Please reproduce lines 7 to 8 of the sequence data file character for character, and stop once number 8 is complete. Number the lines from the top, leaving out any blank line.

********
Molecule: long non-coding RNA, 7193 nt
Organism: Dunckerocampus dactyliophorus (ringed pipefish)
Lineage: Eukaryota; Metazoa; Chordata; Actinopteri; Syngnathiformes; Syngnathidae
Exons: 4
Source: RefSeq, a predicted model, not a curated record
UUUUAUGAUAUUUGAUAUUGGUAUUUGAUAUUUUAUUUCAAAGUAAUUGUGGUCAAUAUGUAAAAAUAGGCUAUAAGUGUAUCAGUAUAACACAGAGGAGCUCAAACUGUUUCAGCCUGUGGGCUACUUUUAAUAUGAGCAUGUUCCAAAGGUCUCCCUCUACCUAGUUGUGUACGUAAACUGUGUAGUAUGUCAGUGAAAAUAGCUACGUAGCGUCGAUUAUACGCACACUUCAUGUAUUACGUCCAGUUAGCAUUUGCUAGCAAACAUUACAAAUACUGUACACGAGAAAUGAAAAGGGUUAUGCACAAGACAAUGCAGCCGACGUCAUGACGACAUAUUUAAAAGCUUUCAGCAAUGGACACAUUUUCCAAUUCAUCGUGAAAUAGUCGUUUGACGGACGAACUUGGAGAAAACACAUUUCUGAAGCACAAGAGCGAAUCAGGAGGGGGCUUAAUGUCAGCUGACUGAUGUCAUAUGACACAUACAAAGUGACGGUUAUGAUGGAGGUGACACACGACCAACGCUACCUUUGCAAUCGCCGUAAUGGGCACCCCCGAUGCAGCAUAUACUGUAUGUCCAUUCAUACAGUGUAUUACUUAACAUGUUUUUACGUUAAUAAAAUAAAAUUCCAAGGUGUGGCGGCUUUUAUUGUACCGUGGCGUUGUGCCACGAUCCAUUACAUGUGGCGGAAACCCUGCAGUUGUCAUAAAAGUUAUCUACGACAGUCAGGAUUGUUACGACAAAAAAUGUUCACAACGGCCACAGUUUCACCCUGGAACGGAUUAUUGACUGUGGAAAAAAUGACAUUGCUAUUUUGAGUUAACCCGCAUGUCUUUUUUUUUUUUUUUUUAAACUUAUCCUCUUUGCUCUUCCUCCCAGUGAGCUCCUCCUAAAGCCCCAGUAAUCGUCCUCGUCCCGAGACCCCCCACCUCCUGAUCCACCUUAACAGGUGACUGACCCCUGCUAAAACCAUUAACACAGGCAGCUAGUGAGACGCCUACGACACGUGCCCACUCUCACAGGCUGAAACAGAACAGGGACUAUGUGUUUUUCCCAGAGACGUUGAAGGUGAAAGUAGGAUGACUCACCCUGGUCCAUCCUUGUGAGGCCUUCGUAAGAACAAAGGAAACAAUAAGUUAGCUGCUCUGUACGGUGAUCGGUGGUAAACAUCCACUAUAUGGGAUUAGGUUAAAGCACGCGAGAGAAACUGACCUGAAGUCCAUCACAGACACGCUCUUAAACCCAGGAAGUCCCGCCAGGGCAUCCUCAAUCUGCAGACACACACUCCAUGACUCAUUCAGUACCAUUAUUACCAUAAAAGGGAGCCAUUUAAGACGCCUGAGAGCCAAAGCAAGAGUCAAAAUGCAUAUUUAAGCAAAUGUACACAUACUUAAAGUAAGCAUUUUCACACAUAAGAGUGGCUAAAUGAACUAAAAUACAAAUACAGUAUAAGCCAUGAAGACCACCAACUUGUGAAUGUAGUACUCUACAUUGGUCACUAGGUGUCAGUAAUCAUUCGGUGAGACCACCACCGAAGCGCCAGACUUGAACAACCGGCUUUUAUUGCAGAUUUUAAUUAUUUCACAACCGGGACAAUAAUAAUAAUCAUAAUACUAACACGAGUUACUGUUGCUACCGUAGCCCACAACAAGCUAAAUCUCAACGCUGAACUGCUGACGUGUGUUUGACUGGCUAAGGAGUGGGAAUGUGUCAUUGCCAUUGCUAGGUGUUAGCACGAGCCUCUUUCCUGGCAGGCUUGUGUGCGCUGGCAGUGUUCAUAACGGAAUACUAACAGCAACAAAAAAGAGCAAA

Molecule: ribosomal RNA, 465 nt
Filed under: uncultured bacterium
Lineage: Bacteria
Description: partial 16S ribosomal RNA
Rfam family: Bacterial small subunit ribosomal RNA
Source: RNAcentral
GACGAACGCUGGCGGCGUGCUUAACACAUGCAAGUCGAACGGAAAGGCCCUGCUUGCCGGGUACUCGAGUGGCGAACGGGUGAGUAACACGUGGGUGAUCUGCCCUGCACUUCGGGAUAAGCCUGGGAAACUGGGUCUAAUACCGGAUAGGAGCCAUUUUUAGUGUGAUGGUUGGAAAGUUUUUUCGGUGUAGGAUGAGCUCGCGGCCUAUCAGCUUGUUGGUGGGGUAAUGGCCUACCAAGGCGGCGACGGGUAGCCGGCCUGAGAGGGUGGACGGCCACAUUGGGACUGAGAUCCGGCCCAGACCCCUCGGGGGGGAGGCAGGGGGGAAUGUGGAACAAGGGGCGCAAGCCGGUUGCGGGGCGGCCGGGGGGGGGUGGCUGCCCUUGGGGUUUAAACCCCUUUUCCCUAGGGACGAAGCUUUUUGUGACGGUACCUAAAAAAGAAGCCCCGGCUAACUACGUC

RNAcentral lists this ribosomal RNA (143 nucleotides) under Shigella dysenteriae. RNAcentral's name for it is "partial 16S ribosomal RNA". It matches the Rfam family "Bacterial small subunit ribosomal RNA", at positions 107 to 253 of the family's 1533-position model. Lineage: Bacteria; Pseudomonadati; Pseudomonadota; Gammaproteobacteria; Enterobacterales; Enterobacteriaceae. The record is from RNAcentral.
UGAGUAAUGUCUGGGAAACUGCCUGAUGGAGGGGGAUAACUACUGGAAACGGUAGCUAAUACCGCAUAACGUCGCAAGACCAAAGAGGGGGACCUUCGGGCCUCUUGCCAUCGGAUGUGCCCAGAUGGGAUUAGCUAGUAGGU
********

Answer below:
Molecule: ribosomal RNA, 465 nt
Filed under: uncultured bacterium